On Monday, the Justice Department announced that it was charging Dzhokhar Tsarnaev with using a weapon of mass destruction that resulted in the deaths of three people at the Boston Marathon last week. If convicted he could face the death penalty or up to life in prison.
A massive manhunt that spanned several Boston communities has come to an end with Boston police announcing that 19-year-old Dzokhar Tsarnaev, the second suspect in the Boston Marathon bombing, has been captured.
The second suspect in the Boston Marathon bombing has been captured. Dzokhar Tsarnaev was taken into police custody Friday night -- five days after the bombing that left three dead and left more than 100 injured, police said. The 19-year-old was apprehended after a manhunt that began Thursday night with the fatal shooting of an MIT officer and extended into the evening hours on Friday.
After days of combing through huge amounts of photographic and video evidence of Monday's bombings at the Boston Marathon, authorities have two clear video images of suspects that they plan to release to the public Thursday afternoon.
2:45 p.m. (EST): The Boston Police Department has announced that "there has not been an arrest in the Marathon attack." Investigations are ongoing.
2:35 p.m.: CNN is retracting their previous report that an arrest has been made in the Boston Marathon bombings. Other sources are reporting that officials are close to identifying a suspect after reviewing area surveillance video, but no arrests have been made.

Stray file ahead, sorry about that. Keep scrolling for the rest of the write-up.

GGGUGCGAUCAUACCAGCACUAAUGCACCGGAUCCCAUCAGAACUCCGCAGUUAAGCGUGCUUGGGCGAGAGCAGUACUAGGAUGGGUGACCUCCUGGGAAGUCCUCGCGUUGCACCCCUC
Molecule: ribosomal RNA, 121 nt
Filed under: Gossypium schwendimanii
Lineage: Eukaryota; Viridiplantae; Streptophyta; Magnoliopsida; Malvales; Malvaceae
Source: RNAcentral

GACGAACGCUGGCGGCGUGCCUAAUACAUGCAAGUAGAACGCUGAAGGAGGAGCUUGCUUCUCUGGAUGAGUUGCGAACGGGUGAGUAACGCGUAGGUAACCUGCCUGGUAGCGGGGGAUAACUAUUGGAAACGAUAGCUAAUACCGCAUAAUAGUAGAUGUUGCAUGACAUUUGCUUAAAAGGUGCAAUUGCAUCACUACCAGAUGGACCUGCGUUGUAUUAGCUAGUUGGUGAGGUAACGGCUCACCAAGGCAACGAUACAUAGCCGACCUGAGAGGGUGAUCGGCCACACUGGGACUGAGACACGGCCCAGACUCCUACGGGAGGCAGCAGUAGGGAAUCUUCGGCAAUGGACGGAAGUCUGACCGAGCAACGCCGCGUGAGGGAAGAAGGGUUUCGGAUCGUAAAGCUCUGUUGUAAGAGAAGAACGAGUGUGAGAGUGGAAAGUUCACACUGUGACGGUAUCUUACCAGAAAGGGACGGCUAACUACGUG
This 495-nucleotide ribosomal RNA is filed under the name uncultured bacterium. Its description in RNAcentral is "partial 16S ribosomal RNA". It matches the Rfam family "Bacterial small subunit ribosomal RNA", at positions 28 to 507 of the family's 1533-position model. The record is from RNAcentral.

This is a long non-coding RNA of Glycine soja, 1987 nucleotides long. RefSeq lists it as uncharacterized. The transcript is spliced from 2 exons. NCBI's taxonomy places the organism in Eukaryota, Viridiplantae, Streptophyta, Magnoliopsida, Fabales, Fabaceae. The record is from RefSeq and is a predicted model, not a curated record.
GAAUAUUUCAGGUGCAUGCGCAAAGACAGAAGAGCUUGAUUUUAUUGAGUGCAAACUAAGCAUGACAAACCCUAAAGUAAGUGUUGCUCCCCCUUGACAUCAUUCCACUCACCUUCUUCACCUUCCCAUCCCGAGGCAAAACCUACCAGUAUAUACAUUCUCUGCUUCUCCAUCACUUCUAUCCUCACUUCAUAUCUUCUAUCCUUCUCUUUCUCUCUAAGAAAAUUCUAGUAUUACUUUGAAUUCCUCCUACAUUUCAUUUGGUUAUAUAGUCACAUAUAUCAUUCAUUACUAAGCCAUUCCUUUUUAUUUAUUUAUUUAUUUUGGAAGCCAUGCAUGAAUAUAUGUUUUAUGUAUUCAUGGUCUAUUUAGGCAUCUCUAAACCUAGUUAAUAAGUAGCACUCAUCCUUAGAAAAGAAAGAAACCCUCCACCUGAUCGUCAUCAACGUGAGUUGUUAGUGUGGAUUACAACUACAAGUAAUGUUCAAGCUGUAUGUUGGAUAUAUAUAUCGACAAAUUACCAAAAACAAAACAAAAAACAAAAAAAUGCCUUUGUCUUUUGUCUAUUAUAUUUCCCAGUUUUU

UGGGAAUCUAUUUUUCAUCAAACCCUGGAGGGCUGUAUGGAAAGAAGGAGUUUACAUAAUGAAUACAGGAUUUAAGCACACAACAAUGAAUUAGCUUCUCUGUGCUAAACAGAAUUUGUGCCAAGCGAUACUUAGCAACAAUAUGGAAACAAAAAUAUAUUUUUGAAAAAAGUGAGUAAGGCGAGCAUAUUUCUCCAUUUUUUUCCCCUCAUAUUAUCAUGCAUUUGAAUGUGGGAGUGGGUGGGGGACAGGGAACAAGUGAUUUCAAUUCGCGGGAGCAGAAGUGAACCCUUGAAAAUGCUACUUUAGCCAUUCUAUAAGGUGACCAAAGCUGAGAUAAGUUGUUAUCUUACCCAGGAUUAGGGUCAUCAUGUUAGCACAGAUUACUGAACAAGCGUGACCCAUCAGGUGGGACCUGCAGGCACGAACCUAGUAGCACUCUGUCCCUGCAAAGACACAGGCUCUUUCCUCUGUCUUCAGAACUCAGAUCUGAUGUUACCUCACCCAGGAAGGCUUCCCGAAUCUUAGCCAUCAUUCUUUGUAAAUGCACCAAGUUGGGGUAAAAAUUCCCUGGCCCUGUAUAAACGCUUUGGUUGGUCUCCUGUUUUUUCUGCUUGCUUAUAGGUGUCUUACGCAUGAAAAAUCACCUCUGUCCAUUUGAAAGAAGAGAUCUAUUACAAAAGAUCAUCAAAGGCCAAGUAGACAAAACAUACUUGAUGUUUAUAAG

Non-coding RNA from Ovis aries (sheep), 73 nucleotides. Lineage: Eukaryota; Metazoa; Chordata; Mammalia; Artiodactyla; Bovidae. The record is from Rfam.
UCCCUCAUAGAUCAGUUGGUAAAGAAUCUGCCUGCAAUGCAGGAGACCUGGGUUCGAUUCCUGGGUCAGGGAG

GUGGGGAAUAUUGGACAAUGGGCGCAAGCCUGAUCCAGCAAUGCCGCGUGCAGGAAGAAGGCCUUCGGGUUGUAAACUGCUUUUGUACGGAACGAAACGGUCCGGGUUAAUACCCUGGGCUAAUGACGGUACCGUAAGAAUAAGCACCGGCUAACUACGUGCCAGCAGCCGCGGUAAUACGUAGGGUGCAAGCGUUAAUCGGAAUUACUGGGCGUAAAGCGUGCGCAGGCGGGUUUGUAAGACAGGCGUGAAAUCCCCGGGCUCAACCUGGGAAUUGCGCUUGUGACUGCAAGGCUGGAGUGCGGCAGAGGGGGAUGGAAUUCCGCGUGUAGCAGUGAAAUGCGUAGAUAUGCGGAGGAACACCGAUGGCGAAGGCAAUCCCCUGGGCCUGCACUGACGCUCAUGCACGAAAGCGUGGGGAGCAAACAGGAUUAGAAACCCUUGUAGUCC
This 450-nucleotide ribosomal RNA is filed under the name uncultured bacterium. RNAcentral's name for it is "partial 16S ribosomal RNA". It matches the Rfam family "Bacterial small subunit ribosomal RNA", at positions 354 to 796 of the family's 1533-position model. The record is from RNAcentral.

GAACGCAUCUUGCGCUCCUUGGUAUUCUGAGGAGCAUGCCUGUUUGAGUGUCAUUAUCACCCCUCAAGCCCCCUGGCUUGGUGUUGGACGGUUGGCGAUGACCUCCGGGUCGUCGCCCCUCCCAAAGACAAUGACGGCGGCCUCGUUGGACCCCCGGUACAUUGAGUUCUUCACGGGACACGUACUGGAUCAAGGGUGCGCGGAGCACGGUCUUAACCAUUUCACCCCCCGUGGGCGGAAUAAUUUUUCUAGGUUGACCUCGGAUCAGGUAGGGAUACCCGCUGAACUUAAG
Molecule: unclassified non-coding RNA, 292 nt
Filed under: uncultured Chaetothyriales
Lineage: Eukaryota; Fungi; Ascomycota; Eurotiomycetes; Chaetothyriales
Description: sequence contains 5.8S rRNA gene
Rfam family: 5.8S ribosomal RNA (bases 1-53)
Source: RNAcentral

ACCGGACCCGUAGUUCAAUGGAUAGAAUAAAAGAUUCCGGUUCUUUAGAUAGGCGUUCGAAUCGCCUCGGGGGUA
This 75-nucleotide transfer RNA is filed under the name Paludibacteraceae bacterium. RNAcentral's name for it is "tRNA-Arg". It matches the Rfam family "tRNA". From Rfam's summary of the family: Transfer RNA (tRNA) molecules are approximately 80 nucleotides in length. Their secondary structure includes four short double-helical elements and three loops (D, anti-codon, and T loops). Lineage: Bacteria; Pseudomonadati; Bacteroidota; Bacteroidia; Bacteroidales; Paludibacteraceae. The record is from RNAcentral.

12:45 p.m. (EST): FBI spokesman Paul Bresson has confirmed that the substance found in the letter to the president was ricin.
The Secret Service says that a letter containing a suspicious substance and addressed to President Obama was received on Tuesday at a White House mail facility. This comes just after a letter sent to Senator Roger Wicker (R.-Miss.) was found to contain the poison ricin.
On Wednesday morning, authorities found the body of a University of Central Florida student inside a dorm room, dead from an apparent self-inflicted gunshot wound. A campus spokeswoman said that there were also improvised explosive devices and additional weapons in the room.
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